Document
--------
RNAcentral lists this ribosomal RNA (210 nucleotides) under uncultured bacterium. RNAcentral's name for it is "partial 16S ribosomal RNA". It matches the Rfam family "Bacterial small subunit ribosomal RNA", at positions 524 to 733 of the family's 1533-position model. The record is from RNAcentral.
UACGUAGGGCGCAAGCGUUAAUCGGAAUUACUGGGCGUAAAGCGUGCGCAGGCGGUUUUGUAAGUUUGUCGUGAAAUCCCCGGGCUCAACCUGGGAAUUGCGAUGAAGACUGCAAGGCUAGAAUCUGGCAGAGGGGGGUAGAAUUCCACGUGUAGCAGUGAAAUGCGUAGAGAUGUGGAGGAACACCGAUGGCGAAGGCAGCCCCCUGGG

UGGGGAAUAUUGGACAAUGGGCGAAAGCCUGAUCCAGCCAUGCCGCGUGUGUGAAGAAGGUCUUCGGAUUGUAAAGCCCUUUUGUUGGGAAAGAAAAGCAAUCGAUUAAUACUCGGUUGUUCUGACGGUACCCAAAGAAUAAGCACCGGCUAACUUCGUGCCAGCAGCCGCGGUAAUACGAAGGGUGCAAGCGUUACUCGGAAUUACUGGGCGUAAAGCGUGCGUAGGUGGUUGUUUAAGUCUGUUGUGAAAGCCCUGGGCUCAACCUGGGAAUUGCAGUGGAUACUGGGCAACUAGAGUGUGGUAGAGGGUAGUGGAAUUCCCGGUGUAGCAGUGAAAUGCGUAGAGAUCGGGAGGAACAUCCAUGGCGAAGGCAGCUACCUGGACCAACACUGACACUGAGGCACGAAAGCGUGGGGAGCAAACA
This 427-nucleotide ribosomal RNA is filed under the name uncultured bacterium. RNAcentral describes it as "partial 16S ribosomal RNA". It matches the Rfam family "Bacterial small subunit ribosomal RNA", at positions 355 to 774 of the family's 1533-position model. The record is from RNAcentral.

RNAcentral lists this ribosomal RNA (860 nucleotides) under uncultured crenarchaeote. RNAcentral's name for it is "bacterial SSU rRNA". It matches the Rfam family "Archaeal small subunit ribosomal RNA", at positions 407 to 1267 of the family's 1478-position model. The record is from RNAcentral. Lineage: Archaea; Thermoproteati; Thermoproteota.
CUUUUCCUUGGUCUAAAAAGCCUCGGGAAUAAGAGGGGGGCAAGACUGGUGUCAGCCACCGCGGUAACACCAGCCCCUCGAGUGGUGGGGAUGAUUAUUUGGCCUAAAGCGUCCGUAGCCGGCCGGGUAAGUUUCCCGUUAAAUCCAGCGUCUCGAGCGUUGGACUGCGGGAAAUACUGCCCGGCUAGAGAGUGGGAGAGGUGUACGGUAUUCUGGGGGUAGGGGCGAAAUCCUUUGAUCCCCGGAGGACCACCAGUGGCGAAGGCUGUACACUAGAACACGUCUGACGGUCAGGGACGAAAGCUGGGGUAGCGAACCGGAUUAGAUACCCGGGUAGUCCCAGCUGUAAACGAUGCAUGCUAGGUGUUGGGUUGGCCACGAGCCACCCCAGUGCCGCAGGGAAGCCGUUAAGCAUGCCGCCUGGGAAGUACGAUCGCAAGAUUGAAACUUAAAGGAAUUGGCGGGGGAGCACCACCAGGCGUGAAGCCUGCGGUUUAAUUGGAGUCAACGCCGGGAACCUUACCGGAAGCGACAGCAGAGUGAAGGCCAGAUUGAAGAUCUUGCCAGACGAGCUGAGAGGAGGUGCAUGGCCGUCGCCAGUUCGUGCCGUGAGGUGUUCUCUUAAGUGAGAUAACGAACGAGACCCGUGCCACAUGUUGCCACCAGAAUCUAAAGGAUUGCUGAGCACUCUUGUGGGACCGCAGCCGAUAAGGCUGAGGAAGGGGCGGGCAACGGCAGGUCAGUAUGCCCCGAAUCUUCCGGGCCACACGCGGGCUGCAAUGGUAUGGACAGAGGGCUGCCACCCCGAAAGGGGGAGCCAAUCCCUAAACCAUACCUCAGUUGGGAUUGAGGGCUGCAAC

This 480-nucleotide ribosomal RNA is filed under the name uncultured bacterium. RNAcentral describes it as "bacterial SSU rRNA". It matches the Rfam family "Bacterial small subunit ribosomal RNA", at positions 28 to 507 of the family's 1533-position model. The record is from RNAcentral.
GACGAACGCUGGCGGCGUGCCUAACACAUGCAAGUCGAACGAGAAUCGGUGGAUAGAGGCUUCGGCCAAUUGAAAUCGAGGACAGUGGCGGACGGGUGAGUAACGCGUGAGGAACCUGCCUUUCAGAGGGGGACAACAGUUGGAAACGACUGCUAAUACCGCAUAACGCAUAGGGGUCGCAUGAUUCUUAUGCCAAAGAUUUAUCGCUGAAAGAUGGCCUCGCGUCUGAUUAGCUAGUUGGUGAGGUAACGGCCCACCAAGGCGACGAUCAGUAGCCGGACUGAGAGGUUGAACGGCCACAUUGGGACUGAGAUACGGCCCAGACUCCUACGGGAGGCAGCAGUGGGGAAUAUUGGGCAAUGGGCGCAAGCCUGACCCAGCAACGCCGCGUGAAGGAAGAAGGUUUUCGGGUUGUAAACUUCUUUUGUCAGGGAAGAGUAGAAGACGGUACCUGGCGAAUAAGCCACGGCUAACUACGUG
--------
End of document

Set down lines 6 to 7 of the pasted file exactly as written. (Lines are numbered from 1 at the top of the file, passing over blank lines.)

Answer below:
CUUUUCCUUGGUCUAAAAAGCCUCGGGAAUAAGAGGGGGGCAAGACUGGUGUCAGCCACCGCGGUAACACCAGCCCCUCGAGUGGUGGGGAUGAUUAUUUGGCCUAAAGCGUCCGUAGCCGGCCGGGUAAGUUUCCCGUUAAAUCCAGCGUCUCGAGCGUUGGACUGCGGGAAAUACUGCCCGGCUAGAGAGUGGGAGAGGUGUACGGUAUUCUGGGGGUAGGGGCGAAAUCCUUUGAUCCCCGGAGGACCACCAGUGGCGAAGGCUGUACACUAGAACACGUCUGACGGUCAGGGACGAAAGCUGGGGUAGCGAACCGGAUUAGAUACCCGGGUAGUCCCAGCUGUAAACGAUGCAUGCUAGGUGUUGGGUUGGCCACGAGCCACCCCAGUGCCGCAGGGAAGCCGUUAAGCAUGCCGCCUGGGAAGUACGAUCGCAAGAUUGAAACUUAAAGGAAUUGGCGGGGGAGCACCACCAGGCGUGAAGCCUGCGGUUUAAUUGGAGUCAACGCCGGGAACCUUACCGGAAGCGACAGCAGAGUGAAGGCCAGAUUGAAGAUCUUGCCAGACGAGCUGAGAGGAGGUGCAUGGCCGUCGCCAGUUCGUGCCGUGAGGUGUUCUCUUAAGUGAGAUAACGAACGAGACCCGUGCCACAUGUUGCCACCAGAAUCUAAAGGAUUGCUGAGCACUCUUGUGGGACCGCAGCCGAUAAGGCUGAGGAAGGGGCGGGCAACGGCAGGUCAGUAUGCCCCGAAUCUUCCGGGCCACACGCGGGCUGCAAUGGUAUGGACAGAGGGCUGCCACCCCGAAAGGGGGAGCCAAUCCCUAAACCAUACCUCAGUUGGGAUUGAGGGCUGCAAC

This 480-nucleotide ribosomal RNA is filed under the name uncultured bacterium. RNAcentral describes it as "bacterial SSU rRNA". It matches the Rfam family "Bacterial small subunit ribosomal RNA", at positions 28 to 507 of the family's 1533-position model. The record is from RNAcentral.